A book of God would not hold people responsible for the sins of someone else. (2 Kg 5:27) In fact, Christian theology (original sin and the atonement) is based on this same cockeyed concept of guilt: We are responsible for Adamís sin, and we are redeemed by Jesusís death. (Rom 5:19) That is morally and theologically ridiculous. I have nothing to do with what an alleged Adam did thousands of years ago. And Jesus could die a thousand deaths and that would not mitigate whatsoever the responsibility I have for any crimes I commit.
Everyone is responsible for their own actions. Thatís what a real book of God would teach.
Guilt mongering, and then offering third-party redemption, is but a control technique for one group of people over another.
A real book of God would provide a better answer to the problem of evil than the Book of Job, which answer amounts to, "You have no right to ask, you puny human."
It would not hold up an atrocious character such as David as a man after Godís heart. (Acts 13:22) David was a voyeur, an adulterer, a murderer.
Cal Thomas, a conservative Christian columnist, wrote an article praising Davidís righteous repentance compared to President Clintonís waffling repentance.
First of all, Clinton never murdered somebody, as David did.
And secondly, Clintonís sexual ethics that so outrage Christians, were standard operating procedure for David: 2 Sam 5:13 "And David took more concubines and wives from Jerusalem." Somehow, for conservative Christians, Clinton is dirt, but David and Solomon with their numerous wives and concubines, are righteous.
A real book of God would not regard obedience as a greater virtue than understanding. Obedience is not an intrinsic virtue, as Genesis would have us believe. Obedience to what?! Thatís the question. The world is full of ideologies and alleged Gods demanding peopleís allegiance. The key is using discernment to decide which God or ideology is worthy of that allegiance.
Nor would a real book of God regard belief as a greater virtue than good behavior. Itís easy to believe. Itís hard to behave well consistently. Nor would it value simple-minded credulity so highly. (Jn 20:29) "Blessed are those who have not seen yet believe." I say blessed are those who use reason, compassion, and good judgment ot make decisions, not blssed are those prone to sheep-like behavior.
A real book of God would have a mature understanding of forgiveness and not demand the killing of an animal (!), or a blood sacrifice. That is such a primitive concept! The very essence of Christian theology Ė Jesus being killed for our sins Ė is just so spiritually primitive and obtuse.
People need to grow up. A power so great and awesome as God is not going to have the small-minded, egotistical, barbaric mind-set of the Biblical God.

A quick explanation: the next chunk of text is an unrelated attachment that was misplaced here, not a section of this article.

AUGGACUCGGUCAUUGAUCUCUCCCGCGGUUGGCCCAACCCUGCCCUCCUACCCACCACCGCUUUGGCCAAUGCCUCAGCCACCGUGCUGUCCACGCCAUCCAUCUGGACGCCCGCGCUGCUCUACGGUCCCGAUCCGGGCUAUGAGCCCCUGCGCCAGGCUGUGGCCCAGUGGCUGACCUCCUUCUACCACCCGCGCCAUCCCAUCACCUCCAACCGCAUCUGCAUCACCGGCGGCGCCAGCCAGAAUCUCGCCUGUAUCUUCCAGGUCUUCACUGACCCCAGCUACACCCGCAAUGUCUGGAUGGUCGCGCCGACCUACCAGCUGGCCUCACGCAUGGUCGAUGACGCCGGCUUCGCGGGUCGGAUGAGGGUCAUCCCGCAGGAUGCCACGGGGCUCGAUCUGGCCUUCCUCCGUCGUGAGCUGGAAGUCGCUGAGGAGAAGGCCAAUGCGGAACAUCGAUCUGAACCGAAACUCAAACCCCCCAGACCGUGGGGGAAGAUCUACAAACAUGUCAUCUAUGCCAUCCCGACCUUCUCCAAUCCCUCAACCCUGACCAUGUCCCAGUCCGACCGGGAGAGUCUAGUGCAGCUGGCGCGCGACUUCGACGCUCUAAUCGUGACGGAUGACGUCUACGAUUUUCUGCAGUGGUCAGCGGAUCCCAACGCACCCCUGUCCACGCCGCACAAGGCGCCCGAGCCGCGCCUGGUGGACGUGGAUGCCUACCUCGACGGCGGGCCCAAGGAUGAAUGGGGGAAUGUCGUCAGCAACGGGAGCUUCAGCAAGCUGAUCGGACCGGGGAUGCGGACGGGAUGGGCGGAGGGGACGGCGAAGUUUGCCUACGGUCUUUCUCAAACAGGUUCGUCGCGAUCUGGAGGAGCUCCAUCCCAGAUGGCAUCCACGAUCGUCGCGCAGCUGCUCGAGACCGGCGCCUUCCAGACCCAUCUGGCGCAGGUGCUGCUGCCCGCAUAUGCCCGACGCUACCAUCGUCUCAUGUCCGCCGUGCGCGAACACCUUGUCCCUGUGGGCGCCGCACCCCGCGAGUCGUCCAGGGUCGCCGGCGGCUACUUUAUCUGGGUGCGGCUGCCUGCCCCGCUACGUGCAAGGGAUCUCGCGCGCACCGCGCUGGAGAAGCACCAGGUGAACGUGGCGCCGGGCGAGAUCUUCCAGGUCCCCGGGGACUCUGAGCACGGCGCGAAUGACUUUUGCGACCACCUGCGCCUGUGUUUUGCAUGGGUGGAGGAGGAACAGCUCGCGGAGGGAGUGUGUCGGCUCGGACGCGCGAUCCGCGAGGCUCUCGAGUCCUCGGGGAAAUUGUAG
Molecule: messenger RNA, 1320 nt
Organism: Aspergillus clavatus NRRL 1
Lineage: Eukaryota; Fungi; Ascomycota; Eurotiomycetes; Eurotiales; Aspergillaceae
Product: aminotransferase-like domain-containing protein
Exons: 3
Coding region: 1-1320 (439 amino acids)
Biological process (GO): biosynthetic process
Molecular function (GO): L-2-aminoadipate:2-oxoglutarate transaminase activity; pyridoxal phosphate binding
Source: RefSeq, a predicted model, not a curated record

A real book of God would have a spokesperson teaching realistic ethics, and not Jesus making utopian statements, advising people to forgive endlessly, to take no thought for the morrow, and not to resist evil. (Mt 18:22, Mt 6:26-34, Mt 5:39-42)
If you think Iím misunderstanding Jesus, foolishly misinterpreting these passages, that thatís not what Jesus meant, I say I am in fact interpreting these passages properly. You are distorting them, forcing them to make sense, even though, as written, they do not make senseÖ because you presuppose Jesus would only teach sensible things.
The trouble with Christian hermeneutics is that they presuppose sensibleness and divine wisdom, and a verdict of nonsense is a priori prohibited. The Christian always asks, "How do we make sense of this passage?" He never asks, "Does this passage make sense?" But the honest meaning of a passage is what the words actually say and what the writer intended, not what youíd like it to mean, or what you think ought to be there, or what would make sense if the words were a little different.
A real book of God would inspire us to work for the ideals of humanity, rather than to trust in wishful thinking and the efficacy of prayer. In Mt 17:20 Jesus says "And all things, whatever you ask in prayer, believing, you will receive." Thatís not true. Thatís not reality. Thatís not how the real God works.
Jesus is just selling dreams.
A real book of God would never, ever teach a concept such as Hell, a place or state of eternal, ongoing, punishing, for only one lifetime of evil, never mind just because a person wonít believe screwy theology.
Jesus says in John 3:18 "He who does not believe is condemned already." He says in Mt 25:41 "Depart from me, you cursed into the everlasting fire."
Hell is the single worst and most immoral doctrine of Christianity. It is the greatest failing of Jesus as an alleged spokesperson for God. A God who allows the Holocaust of WWII is a God that makes one think, and question, and doubt, and search for faith. But a God who has a Hell is clearly, obviously, unambiguously, a monstrously cruel God, not a loving God.
What is wrong with the Christian brain that you cannot understand this simple logic? A God who tortures any creature FOREVER, is not a loving God!
I believe in a God of ultimate justice. Eternal annihilation for evil people makes sense to me. But Hell does not. In no way is that a rational God, a just God, or a loving God.
A real book of God would reveal a God of compassion, understanding, and justice, not the egotistical, jealous, vengeful character we find in the Bible. (Ex 20:5, Nahum 1:2, Zephaniah 3:8)
The essence of its God would be reason and compassion, not egotism and a desire to dominate and control. Those are characteristics that reflect a man-made God.
In short, if God wrote a book, you can be damn sure the Bible ainít it.
I think the real God speaks to us through common sense and a good heart, and can only be deeply dishonored by a book like the BibleÖ
And, if you are a Christian and youíre thinking, "Oh, heís taking a lot of those quotes out of context." Ö I have no respect for you. None at all. Unless you write to me and explain what the context is which changes the very plain meaning of those quotes. Any Christian who uses that horse-manure "out of context" defense, without making the effort to explain how the context invalidates my statements, is a person without integrity.
I am a theist. A 95% theist, a 5% agnostic. I have a little doubt about God, because there is so much natural evil in the world, and because, try as we might, we humans cannot know there is a God. We cannot get tangible evidence or proof. We can only be convinced by the weight of reason and plausible interpretations of the world we find ourselves in, and we must live by a faith in God rather than a knowledge of God.
But, if there is a God, as I believe there is, I have no doubt, not one iota of doubt that He is ashamed of Christians for the nonsense they believe to come from Him.
I am a modern theist.
Barbarians from thousands of years ago are not going to dictate to me what God is like. I have too much respect for the Real God.